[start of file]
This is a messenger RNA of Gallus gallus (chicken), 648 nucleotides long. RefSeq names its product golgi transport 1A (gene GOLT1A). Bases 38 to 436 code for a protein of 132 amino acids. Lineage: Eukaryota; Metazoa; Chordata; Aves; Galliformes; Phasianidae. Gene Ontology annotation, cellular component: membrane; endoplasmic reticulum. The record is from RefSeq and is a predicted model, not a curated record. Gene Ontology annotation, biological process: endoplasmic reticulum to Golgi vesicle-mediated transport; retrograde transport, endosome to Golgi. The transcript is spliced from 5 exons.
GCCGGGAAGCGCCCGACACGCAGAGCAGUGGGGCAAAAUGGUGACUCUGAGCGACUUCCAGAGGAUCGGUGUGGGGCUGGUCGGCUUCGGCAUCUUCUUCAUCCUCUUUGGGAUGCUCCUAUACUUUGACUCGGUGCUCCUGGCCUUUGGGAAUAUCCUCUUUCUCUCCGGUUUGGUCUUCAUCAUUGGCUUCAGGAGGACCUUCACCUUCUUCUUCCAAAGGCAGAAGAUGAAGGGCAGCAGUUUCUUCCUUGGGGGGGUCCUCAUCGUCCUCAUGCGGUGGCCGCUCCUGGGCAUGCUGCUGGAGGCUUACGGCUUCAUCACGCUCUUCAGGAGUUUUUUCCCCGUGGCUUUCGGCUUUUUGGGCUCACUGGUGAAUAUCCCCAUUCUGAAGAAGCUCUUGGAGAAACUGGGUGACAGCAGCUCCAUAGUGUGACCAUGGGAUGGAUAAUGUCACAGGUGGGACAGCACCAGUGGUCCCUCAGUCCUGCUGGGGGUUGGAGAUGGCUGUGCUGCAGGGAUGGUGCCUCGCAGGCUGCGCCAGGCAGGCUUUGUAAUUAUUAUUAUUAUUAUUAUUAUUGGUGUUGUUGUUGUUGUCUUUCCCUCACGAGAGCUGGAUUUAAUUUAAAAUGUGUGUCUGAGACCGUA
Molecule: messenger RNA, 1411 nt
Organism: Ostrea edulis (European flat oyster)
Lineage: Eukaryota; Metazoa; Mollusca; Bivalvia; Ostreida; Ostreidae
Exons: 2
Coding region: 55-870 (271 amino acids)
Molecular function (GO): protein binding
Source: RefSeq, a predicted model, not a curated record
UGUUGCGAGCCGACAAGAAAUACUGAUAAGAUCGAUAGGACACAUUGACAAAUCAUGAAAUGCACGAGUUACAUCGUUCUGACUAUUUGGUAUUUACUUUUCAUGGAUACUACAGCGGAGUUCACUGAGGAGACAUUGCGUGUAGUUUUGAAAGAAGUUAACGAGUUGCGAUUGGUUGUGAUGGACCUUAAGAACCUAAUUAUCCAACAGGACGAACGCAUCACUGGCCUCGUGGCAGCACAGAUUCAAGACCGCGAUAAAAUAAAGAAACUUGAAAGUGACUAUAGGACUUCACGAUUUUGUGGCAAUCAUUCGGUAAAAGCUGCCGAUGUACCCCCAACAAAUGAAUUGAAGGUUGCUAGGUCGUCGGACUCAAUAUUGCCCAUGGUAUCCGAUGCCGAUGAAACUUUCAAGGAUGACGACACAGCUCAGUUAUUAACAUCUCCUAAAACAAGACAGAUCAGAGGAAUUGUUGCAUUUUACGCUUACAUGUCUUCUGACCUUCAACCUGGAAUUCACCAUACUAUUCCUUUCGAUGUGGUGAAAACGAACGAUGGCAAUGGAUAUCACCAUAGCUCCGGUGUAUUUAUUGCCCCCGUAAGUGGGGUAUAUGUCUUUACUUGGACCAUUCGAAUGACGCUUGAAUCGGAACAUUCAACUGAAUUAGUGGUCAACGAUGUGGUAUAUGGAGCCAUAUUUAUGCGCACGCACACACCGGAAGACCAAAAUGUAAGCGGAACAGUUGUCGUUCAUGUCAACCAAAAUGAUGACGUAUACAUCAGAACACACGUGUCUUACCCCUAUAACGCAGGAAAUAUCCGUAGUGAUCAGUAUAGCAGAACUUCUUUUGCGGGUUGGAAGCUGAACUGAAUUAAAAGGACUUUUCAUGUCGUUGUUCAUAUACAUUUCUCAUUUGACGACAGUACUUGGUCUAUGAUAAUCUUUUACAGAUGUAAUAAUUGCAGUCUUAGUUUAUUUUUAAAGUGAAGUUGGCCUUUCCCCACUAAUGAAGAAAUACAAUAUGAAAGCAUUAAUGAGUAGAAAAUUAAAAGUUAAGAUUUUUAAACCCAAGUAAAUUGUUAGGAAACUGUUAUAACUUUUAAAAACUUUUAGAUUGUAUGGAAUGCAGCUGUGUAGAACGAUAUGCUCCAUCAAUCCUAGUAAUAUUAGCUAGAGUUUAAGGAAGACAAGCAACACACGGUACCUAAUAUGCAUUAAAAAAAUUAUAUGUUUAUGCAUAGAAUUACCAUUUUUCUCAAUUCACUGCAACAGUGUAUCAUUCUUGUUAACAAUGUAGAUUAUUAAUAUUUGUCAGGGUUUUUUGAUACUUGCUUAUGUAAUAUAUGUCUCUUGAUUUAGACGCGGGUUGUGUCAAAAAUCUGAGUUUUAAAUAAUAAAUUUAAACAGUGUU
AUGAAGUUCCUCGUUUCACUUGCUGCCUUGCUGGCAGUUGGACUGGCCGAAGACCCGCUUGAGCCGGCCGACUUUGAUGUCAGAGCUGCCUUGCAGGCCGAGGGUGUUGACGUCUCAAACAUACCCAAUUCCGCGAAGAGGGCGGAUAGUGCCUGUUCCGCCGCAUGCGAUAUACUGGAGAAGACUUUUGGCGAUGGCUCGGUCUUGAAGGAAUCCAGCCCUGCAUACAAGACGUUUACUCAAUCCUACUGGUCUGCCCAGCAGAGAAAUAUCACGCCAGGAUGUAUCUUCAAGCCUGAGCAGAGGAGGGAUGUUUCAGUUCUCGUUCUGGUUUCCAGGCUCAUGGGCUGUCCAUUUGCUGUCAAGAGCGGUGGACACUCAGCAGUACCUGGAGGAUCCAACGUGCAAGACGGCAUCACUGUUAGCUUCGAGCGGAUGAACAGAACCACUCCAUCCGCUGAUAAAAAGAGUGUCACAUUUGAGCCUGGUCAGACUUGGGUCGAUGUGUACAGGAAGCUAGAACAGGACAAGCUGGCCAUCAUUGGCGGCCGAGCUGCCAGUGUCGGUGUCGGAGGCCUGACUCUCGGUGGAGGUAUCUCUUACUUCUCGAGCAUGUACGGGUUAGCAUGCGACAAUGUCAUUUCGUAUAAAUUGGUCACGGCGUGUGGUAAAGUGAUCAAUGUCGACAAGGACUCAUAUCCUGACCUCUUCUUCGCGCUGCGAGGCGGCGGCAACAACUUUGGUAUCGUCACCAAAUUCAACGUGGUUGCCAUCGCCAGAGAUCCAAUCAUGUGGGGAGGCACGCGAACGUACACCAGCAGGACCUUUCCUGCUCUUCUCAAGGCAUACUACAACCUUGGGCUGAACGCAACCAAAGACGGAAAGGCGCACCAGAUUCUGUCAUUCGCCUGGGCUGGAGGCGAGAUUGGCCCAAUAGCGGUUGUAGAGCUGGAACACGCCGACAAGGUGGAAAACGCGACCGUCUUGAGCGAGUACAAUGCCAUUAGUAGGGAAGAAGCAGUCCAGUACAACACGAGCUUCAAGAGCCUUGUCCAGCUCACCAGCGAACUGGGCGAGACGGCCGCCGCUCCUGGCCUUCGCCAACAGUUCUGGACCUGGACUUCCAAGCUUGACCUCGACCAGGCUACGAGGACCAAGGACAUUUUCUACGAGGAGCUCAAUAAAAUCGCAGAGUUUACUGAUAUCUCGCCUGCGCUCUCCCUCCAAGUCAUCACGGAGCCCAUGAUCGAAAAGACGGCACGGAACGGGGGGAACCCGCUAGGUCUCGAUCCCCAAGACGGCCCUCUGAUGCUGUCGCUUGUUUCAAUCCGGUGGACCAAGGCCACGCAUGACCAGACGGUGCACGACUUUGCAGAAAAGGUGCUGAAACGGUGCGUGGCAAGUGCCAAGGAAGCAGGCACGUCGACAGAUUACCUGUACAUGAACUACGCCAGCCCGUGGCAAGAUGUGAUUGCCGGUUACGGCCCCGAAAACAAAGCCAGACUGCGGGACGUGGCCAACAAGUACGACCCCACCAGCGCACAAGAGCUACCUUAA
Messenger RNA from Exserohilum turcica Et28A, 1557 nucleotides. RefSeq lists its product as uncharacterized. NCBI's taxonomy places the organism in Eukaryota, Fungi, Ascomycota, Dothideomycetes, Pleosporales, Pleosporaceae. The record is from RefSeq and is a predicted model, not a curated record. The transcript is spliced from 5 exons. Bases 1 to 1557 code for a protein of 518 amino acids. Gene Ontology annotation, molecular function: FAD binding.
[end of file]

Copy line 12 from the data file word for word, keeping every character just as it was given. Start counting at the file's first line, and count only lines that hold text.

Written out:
Messenger RNA from Exserohilum turcica Et28A, 1557 nucleotides. RefSeq lists its product as uncharacterized. NCBI's taxonomy places the organism in Eukaryota, Fungi, Ascomycota, Dothideomycetes, Pleosporales, Pleosporaceae. The record is from RefSeq and is a predicted model, not a curated record. The transcript is spliced from 5 exons. Bases 1 to 1557 code for a protein of 518 amino acids. Gene Ontology annotation, molecular function: FAD binding.